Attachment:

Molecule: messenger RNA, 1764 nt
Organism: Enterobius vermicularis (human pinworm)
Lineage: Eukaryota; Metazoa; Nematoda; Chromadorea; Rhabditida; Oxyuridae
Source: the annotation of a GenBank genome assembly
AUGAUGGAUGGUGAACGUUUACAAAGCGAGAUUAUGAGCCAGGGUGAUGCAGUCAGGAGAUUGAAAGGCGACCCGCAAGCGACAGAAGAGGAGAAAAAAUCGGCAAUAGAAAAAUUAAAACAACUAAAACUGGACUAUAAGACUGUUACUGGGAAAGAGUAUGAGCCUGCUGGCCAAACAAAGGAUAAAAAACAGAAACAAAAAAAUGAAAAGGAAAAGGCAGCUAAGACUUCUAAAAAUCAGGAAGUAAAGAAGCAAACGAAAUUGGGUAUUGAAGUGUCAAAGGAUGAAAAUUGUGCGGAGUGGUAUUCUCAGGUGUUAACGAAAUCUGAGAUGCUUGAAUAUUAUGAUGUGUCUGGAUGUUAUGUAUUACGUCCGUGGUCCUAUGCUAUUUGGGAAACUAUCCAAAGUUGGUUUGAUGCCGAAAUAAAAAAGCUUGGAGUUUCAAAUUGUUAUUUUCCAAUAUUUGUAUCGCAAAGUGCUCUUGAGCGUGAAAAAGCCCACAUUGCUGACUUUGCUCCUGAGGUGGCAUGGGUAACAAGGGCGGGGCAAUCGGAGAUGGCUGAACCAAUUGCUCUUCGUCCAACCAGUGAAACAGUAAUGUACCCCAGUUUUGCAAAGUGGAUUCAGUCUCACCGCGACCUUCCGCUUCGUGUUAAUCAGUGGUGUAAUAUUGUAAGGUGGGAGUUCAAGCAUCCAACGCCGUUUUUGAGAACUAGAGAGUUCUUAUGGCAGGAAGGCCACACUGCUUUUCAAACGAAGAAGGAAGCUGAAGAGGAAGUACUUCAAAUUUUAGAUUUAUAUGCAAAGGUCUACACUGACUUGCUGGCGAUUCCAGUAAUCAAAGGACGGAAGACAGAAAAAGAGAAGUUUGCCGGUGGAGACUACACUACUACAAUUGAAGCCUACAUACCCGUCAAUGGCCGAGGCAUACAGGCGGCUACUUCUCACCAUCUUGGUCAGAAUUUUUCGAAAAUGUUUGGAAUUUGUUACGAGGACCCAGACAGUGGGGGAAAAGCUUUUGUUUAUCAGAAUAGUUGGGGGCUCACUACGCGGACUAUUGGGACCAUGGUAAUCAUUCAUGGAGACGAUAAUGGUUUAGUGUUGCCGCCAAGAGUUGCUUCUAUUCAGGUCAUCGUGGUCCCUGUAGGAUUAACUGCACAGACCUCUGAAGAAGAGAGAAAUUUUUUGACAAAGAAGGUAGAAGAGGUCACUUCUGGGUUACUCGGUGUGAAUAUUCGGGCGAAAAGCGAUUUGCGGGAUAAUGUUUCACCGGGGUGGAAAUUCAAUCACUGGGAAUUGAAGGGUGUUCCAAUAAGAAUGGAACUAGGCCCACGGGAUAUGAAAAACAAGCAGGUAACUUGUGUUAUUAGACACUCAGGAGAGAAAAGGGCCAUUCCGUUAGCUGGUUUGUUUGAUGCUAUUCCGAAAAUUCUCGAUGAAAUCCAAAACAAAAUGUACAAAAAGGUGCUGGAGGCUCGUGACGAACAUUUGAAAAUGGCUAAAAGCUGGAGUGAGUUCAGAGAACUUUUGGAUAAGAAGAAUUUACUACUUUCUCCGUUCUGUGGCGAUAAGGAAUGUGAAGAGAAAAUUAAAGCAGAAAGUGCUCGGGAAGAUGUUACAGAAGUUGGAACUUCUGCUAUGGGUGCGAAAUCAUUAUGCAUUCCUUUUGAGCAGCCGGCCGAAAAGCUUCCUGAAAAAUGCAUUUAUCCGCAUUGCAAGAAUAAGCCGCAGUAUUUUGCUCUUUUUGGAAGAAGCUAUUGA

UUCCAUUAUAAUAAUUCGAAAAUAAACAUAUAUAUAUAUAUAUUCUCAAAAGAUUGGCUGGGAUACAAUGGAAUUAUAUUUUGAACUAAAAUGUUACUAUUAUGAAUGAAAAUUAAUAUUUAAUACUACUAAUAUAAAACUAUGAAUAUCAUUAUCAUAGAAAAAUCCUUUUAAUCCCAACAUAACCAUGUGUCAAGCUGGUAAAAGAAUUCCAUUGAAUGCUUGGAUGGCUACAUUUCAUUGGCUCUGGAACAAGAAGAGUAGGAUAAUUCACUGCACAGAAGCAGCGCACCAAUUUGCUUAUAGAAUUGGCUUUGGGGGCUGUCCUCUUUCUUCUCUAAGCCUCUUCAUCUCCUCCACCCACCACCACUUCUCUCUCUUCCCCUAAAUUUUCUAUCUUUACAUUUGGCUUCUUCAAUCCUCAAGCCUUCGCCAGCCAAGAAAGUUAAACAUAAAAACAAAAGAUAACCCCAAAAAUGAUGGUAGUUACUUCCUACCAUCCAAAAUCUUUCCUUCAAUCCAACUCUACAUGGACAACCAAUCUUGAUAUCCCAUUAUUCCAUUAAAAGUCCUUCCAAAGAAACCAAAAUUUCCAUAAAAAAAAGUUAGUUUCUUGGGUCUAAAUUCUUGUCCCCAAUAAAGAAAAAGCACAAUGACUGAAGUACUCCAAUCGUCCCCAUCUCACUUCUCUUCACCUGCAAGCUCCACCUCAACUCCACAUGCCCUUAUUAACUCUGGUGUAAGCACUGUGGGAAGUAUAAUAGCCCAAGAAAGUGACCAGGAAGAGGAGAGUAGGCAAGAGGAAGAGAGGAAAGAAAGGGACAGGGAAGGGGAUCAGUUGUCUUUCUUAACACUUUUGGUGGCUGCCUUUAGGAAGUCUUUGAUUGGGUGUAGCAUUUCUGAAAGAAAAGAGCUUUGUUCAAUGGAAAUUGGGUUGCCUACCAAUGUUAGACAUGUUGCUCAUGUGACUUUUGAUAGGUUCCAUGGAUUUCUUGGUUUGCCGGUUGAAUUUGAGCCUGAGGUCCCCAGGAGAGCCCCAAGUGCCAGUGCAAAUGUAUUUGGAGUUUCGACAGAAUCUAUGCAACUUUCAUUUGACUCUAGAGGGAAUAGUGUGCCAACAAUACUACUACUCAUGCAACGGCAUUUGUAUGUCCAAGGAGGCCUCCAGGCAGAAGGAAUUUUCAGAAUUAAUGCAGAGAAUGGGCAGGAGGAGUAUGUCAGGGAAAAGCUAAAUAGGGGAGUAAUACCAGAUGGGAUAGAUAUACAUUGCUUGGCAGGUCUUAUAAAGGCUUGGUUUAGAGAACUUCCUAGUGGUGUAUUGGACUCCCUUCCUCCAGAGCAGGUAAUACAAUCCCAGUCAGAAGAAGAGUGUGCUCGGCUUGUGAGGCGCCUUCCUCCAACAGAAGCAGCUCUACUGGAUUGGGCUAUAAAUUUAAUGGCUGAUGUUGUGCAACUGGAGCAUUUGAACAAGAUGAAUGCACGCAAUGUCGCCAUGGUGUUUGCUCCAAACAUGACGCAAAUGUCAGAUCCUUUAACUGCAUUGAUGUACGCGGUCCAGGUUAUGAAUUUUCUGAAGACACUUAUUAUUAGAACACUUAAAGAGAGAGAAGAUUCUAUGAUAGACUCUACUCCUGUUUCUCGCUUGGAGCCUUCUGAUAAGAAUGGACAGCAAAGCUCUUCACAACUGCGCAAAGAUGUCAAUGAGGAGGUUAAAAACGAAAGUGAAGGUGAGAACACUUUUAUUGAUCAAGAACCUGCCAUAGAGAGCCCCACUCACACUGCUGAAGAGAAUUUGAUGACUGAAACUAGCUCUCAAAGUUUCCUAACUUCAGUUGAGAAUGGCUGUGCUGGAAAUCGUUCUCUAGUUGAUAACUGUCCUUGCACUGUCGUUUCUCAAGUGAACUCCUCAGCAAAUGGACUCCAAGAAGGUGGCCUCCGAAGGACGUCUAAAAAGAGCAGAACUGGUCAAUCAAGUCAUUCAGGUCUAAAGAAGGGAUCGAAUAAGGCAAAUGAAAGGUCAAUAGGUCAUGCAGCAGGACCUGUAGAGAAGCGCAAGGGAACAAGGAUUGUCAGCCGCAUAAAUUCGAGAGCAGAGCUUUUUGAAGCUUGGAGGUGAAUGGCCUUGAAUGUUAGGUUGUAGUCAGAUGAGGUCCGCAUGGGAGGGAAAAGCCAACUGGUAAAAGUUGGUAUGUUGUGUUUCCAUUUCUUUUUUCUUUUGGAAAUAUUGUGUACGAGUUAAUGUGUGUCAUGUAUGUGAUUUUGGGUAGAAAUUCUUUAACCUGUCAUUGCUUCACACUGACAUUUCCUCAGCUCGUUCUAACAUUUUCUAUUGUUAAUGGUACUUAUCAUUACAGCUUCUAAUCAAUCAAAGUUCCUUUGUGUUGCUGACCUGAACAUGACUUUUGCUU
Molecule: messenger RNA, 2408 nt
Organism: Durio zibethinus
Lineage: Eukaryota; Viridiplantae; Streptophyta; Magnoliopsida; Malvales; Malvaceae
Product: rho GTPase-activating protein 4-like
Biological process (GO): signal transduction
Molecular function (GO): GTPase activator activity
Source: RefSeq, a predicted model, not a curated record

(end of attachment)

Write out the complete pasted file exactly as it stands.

Molecule: messenger RNA, 1764 nt
Organism: Enterobius vermicularis (human pinworm)
Lineage: Eukaryota; Metazoa; Nematoda; Chromadorea; Rhabditida; Oxyuridae
Source: the annotation of a GenBank genome assembly
AUGAUGGAUGGUGAACGUUUACAAAGCGAGAUUAUGAGCCAGGGUGAUGCAGUCAGGAGAUUGAAAGGCGACCCGCAAGCGACAGAAGAGGAGAAAAAAUCGGCAAUAGAAAAAUUAAAACAACUAAAACUGGACUAUAAGACUGUUACUGGGAAAGAGUAUGAGCCUGCUGGCCAAACAAAGGAUAAAAAACAGAAACAAAAAAAUGAAAAGGAAAAGGCAGCUAAGACUUCUAAAAAUCAGGAAGUAAAGAAGCAAACGAAAUUGGGUAUUGAAGUGUCAAAGGAUGAAAAUUGUGCGGAGUGGUAUUCUCAGGUGUUAACGAAAUCUGAGAUGCUUGAAUAUUAUGAUGUGUCUGGAUGUUAUGUAUUACGUCCGUGGUCCUAUGCUAUUUGGGAAACUAUCCAAAGUUGGUUUGAUGCCGAAAUAAAAAAGCUUGGAGUUUCAAAUUGUUAUUUUCCAAUAUUUGUAUCGCAAAGUGCUCUUGAGCGUGAAAAAGCCCACAUUGCUGACUUUGCUCCUGAGGUGGCAUGGGUAACAAGGGCGGGGCAAUCGGAGAUGGCUGAACCAAUUGCUCUUCGUCCAACCAGUGAAACAGUAAUGUACCCCAGUUUUGCAAAGUGGAUUCAGUCUCACCGCGACCUUCCGCUUCGUGUUAAUCAGUGGUGUAAUAUUGUAAGGUGGGAGUUCAAGCAUCCAACGCCGUUUUUGAGAACUAGAGAGUUCUUAUGGCAGGAAGGCCACACUGCUUUUCAAACGAAGAAGGAAGCUGAAGAGGAAGUACUUCAAAUUUUAGAUUUAUAUGCAAAGGUCUACACUGACUUGCUGGCGAUUCCAGUAAUCAAAGGACGGAAGACAGAAAAAGAGAAGUUUGCCGGUGGAGACUACACUACUACAAUUGAAGCCUACAUACCCGUCAAUGGCCGAGGCAUACAGGCGGCUACUUCUCACCAUCUUGGUCAGAAUUUUUCGAAAAUGUUUGGAAUUUGUUACGAGGACCCAGACAGUGGGGGAAAAGCUUUUGUUUAUCAGAAUAGUUGGGGGCUCACUACGCGGACUAUUGGGACCAUGGUAAUCAUUCAUGGAGACGAUAAUGGUUUAGUGUUGCCGCCAAGAGUUGCUUCUAUUCAGGUCAUCGUGGUCCCUGUAGGAUUAACUGCACAGACCUCUGAAGAAGAGAGAAAUUUUUUGACAAAGAAGGUAGAAGAGGUCACUUCUGGGUUACUCGGUGUGAAUAUUCGGGCGAAAAGCGAUUUGCGGGAUAAUGUUUCACCGGGGUGGAAAUUCAAUCACUGGGAAUUGAAGGGUGUUCCAAUAAGAAUGGAACUAGGCCCACGGGAUAUGAAAAACAAGCAGGUAACUUGUGUUAUUAGACACUCAGGAGAGAAAAGGGCCAUUCCGUUAGCUGGUUUGUUUGAUGCUAUUCCGAAAAUUCUCGAUGAAAUCCAAAACAAAAUGUACAAAAAGGUGCUGGAGGCUCGUGACGAACAUUUGAAAAUGGCUAAAAGCUGGAGUGAGUUCAGAGAACUUUUGGAUAAGAAGAAUUUACUACUUUCUCCGUUCUGUGGCGAUAAGGAAUGUGAAGAGAAAAUUAAAGCAGAAAGUGCUCGGGAAGAUGUUACAGAAGUUGGAACUUCUGCUAUGGGUGCGAAAUCAUUAUGCAUUCCUUUUGAGCAGCCGGCCGAAAAGCUUCCUGAAAAAUGCAUUUAUCCGCAUUGCAAGAAUAAGCCGCAGUAUUUUGCUCUUUUUGGAAGAAGCUAUUGA

UUCCAUUAUAAUAAUUCGAAAAUAAACAUAUAUAUAUAUAUAUUCUCAAAAGAUUGGCUGGGAUACAAUGGAAUUAUAUUUUGAACUAAAAUGUUACUAUUAUGAAUGAAAAUUAAUAUUUAAUACUACUAAUAUAAAACUAUGAAUAUCAUUAUCAUAGAAAAAUCCUUUUAAUCCCAACAUAACCAUGUGUCAAGCUGGUAAAAGAAUUCCAUUGAAUGCUUGGAUGGCUACAUUUCAUUGGCUCUGGAACAAGAAGAGUAGGAUAAUUCACUGCACAGAAGCAGCGCACCAAUUUGCUUAUAGAAUUGGCUUUGGGGGCUGUCCUCUUUCUUCUCUAAGCCUCUUCAUCUCCUCCACCCACCACCACUUCUCUCUCUUCCCCUAAAUUUUCUAUCUUUACAUUUGGCUUCUUCAAUCCUCAAGCCUUCGCCAGCCAAGAAAGUUAAACAUAAAAACAAAAGAUAACCCCAAAAAUGAUGGUAGUUACUUCCUACCAUCCAAAAUCUUUCCUUCAAUCCAACUCUACAUGGACAACCAAUCUUGAUAUCCCAUUAUUCCAUUAAAAGUCCUUCCAAAGAAACCAAAAUUUCCAUAAAAAAAAGUUAGUUUCUUGGGUCUAAAUUCUUGUCCCCAAUAAAGAAAAAGCACAAUGACUGAAGUACUCCAAUCGUCCCCAUCUCACUUCUCUUCACCUGCAAGCUCCACCUCAACUCCACAUGCCCUUAUUAACUCUGGUGUAAGCACUGUGGGAAGUAUAAUAGCCCAAGAAAGUGACCAGGAAGAGGAGAGUAGGCAAGAGGAAGAGAGGAAAGAAAGGGACAGGGAAGGGGAUCAGUUGUCUUUCUUAACACUUUUGGUGGCUGCCUUUAGGAAGUCUUUGAUUGGGUGUAGCAUUUCUGAAAGAAAAGAGCUUUGUUCAAUGGAAAUUGGGUUGCCUACCAAUGUUAGACAUGUUGCUCAUGUGACUUUUGAUAGGUUCCAUGGAUUUCUUGGUUUGCCGGUUGAAUUUGAGCCUGAGGUCCCCAGGAGAGCCCCAAGUGCCAGUGCAAAUGUAUUUGGAGUUUCGACAGAAUCUAUGCAACUUUCAUUUGACUCUAGAGGGAAUAGUGUGCCAACAAUACUACUACUCAUGCAACGGCAUUUGUAUGUCCAAGGAGGCCUCCAGGCAGAAGGAAUUUUCAGAAUUAAUGCAGAGAAUGGGCAGGAGGAGUAUGUCAGGGAAAAGCUAAAUAGGGGAGUAAUACCAGAUGGGAUAGAUAUACAUUGCUUGGCAGGUCUUAUAAAGGCUUGGUUUAGAGAACUUCCUAGUGGUGUAUUGGACUCCCUUCCUCCAGAGCAGGUAAUACAAUCCCAGUCAGAAGAAGAGUGUGCUCGGCUUGUGAGGCGCCUUCCUCCAACAGAAGCAGCUCUACUGGAUUGGGCUAUAAAUUUAAUGGCUGAUGUUGUGCAACUGGAGCAUUUGAACAAGAUGAAUGCACGCAAUGUCGCCAUGGUGUUUGCUCCAAACAUGACGCAAAUGUCAGAUCCUUUAACUGCAUUGAUGUACGCGGUCCAGGUUAUGAAUUUUCUGAAGACACUUAUUAUUAGAACACUUAAAGAGAGAGAAGAUUCUAUGAUAGACUCUACUCCUGUUUCUCGCUUGGAGCCUUCUGAUAAGAAUGGACAGCAAAGCUCUUCACAACUGCGCAAAGAUGUCAAUGAGGAGGUUAAAAACGAAAGUGAAGGUGAGAACACUUUUAUUGAUCAAGAACCUGCCAUAGAGAGCCCCACUCACACUGCUGAAGAGAAUUUGAUGACUGAAACUAGCUCUCAAAGUUUCCUAACUUCAGUUGAGAAUGGCUGUGCUGGAAAUCGUUCUCUAGUUGAUAACUGUCCUUGCACUGUCGUUUCUCAAGUGAACUCCUCAGCAAAUGGACUCCAAGAAGGUGGCCUCCGAAGGACGUCUAAAAAGAGCAGAACUGGUCAAUCAAGUCAUUCAGGUCUAAAGAAGGGAUCGAAUAAGGCAAAUGAAAGGUCAAUAGGUCAUGCAGCAGGACCUGUAGAGAAGCGCAAGGGAACAAGGAUUGUCAGCCGCAUAAAUUCGAGAGCAGAGCUUUUUGAAGCUUGGAGGUGAAUGGCCUUGAAUGUUAGGUUGUAGUCAGAUGAGGUCCGCAUGGGAGGGAAAAGCCAACUGGUAAAAGUUGGUAUGUUGUGUUUCCAUUUCUUUUUUCUUUUGGAAAUAUUGUGUACGAGUUAAUGUGUGUCAUGUAUGUGAUUUUGGGUAGAAAUUCUUUAACCUGUCAUUGCUUCACACUGACAUUUCCUCAGCUCGUUCUAACAUUUUCUAUUGUUAAUGGUACUUAUCAUUACAGCUUCUAAUCAAUCAAAGUUCCUUUGUGUUGCUGACCUGAACAUGACUUUUGCUU
Molecule: messenger RNA, 2408 nt
Organism: Durio zibethinus
Lineage: Eukaryota; Viridiplantae; Streptophyta; Magnoliopsida; Malvales; Malvaceae
Product: rho GTPase-activating protein 4-like
Biological process (GO): signal transduction
Molecular function (GO): GTPase activator activity
Source: RefSeq, a predicted model, not a curated record